As for the M. flexuosa population assessed, the tendency to endogamy may have been the result of crossbreeding between parental individuals (full–sibs or half–sibs), since the auto fecundation possibility was discarded, due to the cross–fertilization method of this species (Storti, 1993). Therefore, the high endogamy rate among individuals may be related to the geographic isolation of plant species, which decreases interpopulation genic flow. This geographical isolation is mainly due to extension of the dunes with heights of up to 60 m (Figure 1), and the soil quality, which hinders pollen and seed dispersion and seed germination.

The moderate intrapopulation genotypic diversity found can indicate a lower gene flow among the individuals. This feature must be carefully analyzed for conservation strategies since individuals and/or populations with divergent alleles are required for future crossing to increase genetic diversity among themselves. Therefore, it is a requirement that Germplasm Banks store accessions with lower F values (Alves et al., 2013; Loiola et al., 2016). Another parameter analyzed was the total fixation index with a low value of 0.052, considering all populations (FST) which is a common feature in natural M. flexuosa populations (Federman et al., 2012; Menezes et al., 2012; Federman et al., 2014; Rossi et al., 2014). This gene flow limitation may be associated with population environment conditions, such as swampy or dry and sandy regions, which can act as a flow barrier.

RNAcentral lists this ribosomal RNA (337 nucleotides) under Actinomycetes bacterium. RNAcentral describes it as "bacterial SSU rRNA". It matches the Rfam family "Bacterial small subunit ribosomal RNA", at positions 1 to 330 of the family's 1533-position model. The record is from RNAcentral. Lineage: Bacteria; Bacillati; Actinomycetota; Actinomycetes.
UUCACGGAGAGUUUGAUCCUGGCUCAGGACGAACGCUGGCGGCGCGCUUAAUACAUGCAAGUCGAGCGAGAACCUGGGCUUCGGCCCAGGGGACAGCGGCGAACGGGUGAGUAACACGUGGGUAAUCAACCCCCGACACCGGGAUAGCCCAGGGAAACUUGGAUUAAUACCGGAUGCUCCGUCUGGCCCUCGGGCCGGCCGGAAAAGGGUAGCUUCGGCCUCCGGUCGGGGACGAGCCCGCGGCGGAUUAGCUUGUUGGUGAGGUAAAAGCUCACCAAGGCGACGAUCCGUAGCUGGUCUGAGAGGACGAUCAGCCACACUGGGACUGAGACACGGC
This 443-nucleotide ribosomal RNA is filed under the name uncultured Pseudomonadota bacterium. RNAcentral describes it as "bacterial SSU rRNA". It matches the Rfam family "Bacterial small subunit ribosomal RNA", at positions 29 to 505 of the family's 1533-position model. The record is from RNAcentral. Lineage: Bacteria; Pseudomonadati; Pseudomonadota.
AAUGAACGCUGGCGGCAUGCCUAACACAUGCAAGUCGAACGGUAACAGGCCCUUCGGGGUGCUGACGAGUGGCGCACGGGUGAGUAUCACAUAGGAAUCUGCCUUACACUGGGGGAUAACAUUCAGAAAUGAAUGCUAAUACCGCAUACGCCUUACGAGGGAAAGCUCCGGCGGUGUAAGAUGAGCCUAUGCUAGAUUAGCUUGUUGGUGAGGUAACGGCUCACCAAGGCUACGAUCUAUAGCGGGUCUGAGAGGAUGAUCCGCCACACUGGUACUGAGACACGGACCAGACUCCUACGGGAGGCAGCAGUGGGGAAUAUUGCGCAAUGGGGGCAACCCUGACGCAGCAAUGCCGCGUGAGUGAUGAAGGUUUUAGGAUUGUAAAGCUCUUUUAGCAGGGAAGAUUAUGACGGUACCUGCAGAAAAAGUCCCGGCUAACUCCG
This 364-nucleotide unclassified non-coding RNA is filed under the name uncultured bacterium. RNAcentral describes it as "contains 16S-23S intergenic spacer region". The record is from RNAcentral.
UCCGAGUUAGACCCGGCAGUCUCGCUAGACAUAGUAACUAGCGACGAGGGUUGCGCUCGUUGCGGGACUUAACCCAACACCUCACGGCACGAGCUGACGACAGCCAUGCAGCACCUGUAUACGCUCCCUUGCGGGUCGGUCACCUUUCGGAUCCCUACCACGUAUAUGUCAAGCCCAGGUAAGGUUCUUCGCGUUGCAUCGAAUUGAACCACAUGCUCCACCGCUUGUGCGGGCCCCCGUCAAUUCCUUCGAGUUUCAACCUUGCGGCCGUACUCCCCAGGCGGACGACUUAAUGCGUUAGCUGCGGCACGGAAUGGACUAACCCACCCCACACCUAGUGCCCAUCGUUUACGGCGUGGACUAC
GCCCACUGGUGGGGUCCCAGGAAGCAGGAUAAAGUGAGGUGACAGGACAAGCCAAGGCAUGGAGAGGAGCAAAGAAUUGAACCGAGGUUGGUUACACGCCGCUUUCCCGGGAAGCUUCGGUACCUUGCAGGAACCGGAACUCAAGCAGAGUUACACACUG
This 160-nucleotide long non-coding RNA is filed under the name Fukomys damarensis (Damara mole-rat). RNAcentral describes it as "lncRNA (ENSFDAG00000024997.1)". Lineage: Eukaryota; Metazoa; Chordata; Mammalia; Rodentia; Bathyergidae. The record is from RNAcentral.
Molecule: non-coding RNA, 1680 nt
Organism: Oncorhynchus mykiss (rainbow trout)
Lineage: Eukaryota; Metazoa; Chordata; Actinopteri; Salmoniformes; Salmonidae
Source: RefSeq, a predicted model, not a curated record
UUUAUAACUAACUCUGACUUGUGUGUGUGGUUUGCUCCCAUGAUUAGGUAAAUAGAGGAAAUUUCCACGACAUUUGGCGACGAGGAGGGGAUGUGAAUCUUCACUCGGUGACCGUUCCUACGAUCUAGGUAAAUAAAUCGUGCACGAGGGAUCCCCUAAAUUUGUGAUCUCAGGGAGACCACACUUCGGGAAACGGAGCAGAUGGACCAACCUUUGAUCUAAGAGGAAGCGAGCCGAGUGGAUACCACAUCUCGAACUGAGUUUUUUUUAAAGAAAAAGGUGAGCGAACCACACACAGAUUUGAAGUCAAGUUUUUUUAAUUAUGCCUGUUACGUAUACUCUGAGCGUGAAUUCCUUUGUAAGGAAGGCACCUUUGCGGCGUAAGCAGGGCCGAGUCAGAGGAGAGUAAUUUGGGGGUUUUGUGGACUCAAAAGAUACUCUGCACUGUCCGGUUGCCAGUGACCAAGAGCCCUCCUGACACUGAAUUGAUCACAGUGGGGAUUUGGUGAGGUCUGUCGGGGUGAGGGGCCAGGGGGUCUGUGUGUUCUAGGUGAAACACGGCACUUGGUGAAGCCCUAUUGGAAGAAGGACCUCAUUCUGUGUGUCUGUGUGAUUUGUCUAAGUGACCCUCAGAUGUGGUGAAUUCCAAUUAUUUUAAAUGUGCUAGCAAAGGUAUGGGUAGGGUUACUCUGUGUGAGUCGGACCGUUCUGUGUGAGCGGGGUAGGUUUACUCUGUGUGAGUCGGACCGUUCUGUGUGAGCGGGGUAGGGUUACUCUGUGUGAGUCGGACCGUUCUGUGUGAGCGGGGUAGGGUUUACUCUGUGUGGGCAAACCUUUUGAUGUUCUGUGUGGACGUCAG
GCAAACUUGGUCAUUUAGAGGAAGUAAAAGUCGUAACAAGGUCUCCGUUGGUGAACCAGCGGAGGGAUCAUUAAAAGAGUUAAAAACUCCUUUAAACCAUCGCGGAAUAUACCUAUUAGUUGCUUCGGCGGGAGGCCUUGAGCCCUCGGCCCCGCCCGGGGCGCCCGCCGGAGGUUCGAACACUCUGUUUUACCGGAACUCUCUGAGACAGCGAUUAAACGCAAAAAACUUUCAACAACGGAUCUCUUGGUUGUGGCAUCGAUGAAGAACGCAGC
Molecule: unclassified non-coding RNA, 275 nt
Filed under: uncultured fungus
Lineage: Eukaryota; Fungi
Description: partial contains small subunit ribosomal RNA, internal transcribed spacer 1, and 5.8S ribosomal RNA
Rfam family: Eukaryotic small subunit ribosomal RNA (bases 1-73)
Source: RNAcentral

As regards genetic variability, the analysis by AMOVA, as depicted in Table 4, showed that there was more variability between individuals (95 %) than between populations (5 %). These results are in agreement with other studies of M. flexuosa in which the highest genetic diversity occurrence was observed at the intrapopulation level (Gomes et al., 2011; Rossi et al., 2014). These results may be related to the type of species analyzed since tree species with mixed breeding systems and efficient pollen and seed dispersal mechanisms exhibit greater intrapopulation genetic variation (Ellegren and Galtier, 2016). This is the result of a long distance allelic flow, which decreases the variation between populations, increasing the intrapopulation variation (Loveless and Hanrick, 1984).

Comparing the PCoA results to the geographic distance map (Figures 1 and 6, respectively), a correspondence was observed between the groups formed, suggesting a correlation between both the genetic and the geographic diversity of populations. The dendrogram also showed this correlation in the genetic similarity recorded on application of the Nei coefficient. Events correlating geographic and genetic distances reported previously indicated that low levels of genetic similarity among populations may be due to increased spatial fragmentation (Lemos et al., 2015). The spatial fragmentation in the Lençóis Maranhenses region is due to natural factors (extensive sandy bank areas) (Figure 1), and by anthropogenic actions (e.g. road construction, urban and agricultural advances) that hinder gene flow.